In fact, the drafters of the Constitution held the right to life and the right to dignity as so important that these rights may not be limited in any way — not even in a State of Emergency or a State of Disaster. 

But the ministerial messaging further pushes the shift from a constitutional focus on people’s safety and security towards the language of law and order and authority of the state. Directly talking to this shift is the Cabinet’s recent framing of “continued attacks and killings of police officers as not only barbaric, but also a threat to national security”, according to the official statement of its meeting of 10 March. 

The rise of the securocrats in the State of Disaster Covid-19 lockdown plays into this. NatJoints (National Joint Operational and Intelligence Structure), a structure of police, soldiers and spooks that is not established in law or regulation and does not account publicly, now monitors, recommends and operationalises the Covid-19 lockdown regulations, as the SAPS told MPs more than once in 2020. 

It is hypocritical at worst, and fudgy at best, for Cele to say after paying respects to Ntumba’s family that he had no explanation for the death of the 35-year-old father, husband and recent MA graduate. 

“I can’t explain it. It’s something, it has no inch, it has no grain of explanation and defence on it. Somebody just, for me, just went crazy,” was how Cele put it in a broadcast eNCA interview on 11 March.

Mthokozisi Ntumba (Photo: Supplied / IPID spokesperson / Ndileka Cola)

On Tuesday the police watchdog, the Independent Police Investigative Directorate (IPID), said four Public Order Police officials had been arrested in connection with Ntumba’s killing and would on Wednesday appear in court on charges of murder, attempted murder and defeating the ends of justice.

The police action on that day in Braamfontein cannot be divorced from ministerial words for the police to defend themselves, and to defend themselves hard.  

Approached for comment, the police ministry on Tuesday pointed out that in the past three weeks 10 officers had been killed, with many “gunned down by criminals and their state-issued firearms stolen”. 

“Within that context, Minister Cele makes the point that officers should not die with guns in their hands. When they are confronted by violent criminals and their lives and the lives of citizens are in danger, they should and must use lethal force. The minister urges police to defend themselves,” said police ministerial spokesperson Lirandzu Themba in a text message.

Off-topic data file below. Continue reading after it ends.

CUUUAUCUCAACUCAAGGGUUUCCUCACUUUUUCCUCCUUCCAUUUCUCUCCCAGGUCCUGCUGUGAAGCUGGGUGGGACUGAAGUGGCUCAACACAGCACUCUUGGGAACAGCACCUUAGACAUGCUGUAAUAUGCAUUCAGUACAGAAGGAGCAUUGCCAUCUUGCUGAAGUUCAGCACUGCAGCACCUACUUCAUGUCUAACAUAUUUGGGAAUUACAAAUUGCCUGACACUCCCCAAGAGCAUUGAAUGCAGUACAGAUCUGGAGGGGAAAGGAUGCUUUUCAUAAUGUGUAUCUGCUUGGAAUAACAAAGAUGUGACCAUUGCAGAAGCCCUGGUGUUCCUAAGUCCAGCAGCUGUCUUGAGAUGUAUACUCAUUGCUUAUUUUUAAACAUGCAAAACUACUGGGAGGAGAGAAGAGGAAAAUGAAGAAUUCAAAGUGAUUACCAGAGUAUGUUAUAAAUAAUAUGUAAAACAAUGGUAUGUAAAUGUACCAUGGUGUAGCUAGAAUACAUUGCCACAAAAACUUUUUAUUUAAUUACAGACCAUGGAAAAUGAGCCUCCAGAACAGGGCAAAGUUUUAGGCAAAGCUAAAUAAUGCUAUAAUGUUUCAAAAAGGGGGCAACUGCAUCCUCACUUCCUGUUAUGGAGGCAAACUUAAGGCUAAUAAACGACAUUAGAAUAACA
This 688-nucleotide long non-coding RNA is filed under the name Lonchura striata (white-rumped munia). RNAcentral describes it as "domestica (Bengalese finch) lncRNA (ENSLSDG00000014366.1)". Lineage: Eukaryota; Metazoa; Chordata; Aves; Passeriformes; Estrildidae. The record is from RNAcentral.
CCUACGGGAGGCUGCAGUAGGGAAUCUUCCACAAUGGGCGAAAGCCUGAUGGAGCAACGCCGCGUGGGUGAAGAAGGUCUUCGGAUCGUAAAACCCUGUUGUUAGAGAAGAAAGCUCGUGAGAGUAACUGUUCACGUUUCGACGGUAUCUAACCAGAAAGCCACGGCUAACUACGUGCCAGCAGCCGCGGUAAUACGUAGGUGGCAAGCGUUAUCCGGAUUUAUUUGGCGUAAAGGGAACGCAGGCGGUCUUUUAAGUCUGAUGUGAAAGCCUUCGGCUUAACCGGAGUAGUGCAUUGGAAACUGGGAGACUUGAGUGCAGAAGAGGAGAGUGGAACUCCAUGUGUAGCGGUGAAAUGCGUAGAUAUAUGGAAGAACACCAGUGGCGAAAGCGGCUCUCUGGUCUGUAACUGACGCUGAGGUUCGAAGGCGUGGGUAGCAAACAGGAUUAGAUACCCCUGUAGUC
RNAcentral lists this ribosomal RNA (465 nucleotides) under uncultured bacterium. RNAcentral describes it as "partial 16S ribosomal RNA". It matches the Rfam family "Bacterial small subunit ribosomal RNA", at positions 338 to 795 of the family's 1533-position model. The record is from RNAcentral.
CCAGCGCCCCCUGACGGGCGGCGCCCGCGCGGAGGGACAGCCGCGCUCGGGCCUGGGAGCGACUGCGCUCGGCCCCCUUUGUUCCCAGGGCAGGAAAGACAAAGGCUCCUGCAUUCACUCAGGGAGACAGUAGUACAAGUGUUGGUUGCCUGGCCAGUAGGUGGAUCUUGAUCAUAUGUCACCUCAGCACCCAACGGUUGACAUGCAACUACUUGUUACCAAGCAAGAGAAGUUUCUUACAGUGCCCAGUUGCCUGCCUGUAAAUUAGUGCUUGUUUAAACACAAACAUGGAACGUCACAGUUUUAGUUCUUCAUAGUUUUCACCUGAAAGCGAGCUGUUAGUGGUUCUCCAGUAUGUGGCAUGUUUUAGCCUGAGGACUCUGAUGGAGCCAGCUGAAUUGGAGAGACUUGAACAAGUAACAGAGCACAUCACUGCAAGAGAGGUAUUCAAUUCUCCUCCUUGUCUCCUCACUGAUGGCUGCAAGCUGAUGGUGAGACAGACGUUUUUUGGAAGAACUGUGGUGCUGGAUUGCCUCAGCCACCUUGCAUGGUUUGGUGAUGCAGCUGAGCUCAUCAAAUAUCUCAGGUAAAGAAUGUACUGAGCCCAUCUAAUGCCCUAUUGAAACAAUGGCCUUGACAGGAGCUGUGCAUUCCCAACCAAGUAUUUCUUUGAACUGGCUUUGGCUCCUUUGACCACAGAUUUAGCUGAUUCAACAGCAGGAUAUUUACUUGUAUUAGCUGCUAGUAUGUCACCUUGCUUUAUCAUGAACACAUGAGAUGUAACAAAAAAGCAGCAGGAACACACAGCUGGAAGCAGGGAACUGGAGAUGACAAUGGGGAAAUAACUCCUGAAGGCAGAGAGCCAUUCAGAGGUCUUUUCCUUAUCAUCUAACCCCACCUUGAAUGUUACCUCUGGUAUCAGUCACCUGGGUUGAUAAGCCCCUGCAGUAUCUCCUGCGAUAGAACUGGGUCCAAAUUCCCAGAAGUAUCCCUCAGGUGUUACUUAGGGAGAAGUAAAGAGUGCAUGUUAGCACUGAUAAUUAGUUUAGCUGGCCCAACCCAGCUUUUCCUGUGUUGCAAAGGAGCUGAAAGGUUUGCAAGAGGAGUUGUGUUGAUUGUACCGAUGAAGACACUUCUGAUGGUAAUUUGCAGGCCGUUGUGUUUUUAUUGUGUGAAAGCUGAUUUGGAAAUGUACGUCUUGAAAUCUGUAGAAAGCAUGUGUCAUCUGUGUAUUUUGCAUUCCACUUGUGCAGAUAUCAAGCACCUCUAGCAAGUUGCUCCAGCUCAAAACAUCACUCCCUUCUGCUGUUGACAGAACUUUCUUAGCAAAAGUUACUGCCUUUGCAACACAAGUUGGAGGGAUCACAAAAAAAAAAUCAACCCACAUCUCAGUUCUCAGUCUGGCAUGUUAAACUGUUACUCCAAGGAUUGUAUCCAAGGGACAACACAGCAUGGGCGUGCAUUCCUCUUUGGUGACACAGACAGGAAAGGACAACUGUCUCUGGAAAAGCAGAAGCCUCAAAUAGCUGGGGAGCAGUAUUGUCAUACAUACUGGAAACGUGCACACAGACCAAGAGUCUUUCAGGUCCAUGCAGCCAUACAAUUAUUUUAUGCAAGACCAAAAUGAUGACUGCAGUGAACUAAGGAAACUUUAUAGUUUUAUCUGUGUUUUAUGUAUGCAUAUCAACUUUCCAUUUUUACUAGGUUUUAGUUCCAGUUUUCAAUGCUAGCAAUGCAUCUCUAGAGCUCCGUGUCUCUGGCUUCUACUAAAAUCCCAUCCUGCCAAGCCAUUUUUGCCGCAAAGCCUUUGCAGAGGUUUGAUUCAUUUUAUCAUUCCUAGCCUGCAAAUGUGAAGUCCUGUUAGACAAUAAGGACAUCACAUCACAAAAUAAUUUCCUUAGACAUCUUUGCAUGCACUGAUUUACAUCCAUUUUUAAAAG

Yet the 2012 National Development Plan talks of a professional, service-orientated police service. 

And then there is the July 2018 report of the panel of domestic and international policing experts that arose from the Marikana Commission of Inquiry, which has been on Cele’s desk since. It will be made public at the end of March, the ministry confirmed. 

How that unfolds will be crucial. Daily Maverick has been reliably informed that the value of this report is not just in its substance and recommendations, but crucially in its supporting documents. These should be released into, for example, an online archive, as part of transparency and public accountability. 

It is understood the report recommends policing according to job function, not form or blunt rank hierarchy, in a fit-for-purpose police service that links competency and qualification to performance. Professionalisation, demilitarisation and respect for law, ethics and public scrutiny are other recommendations. 

The reports will be a key marker in the future path of the SAPS. If its release is going to be a pro forma exercise, then this follows on from the SAPS Amendment Bill — the first wholesale review of policing since the 1994 democratic transition — largely failing on the transformation front. That draft legislation deals more with bringing community policing forums into the SAPS fold by offering office space, transport and financial support, and extending ministerial powers. The bill is expected in Parliament at the end of August. 

Cele is the political boss of the SAPS. As such he sets the political and strategic direction. 

If it is to be, a choice can be made to continue with kragdadigheid, with a focus on enforcing the law, respect for the authority of the state and continued militarisation of the SAPS. But then there’s no room for crocodile tears in the wake of public outcry over police brutality. 

Other options exist, but they must be clearly articulated — if the strategic and political decision is to stop the SAPS’s slide back into a force and to turn it into a professional service. 

It cannot go both ways. Words matter. DM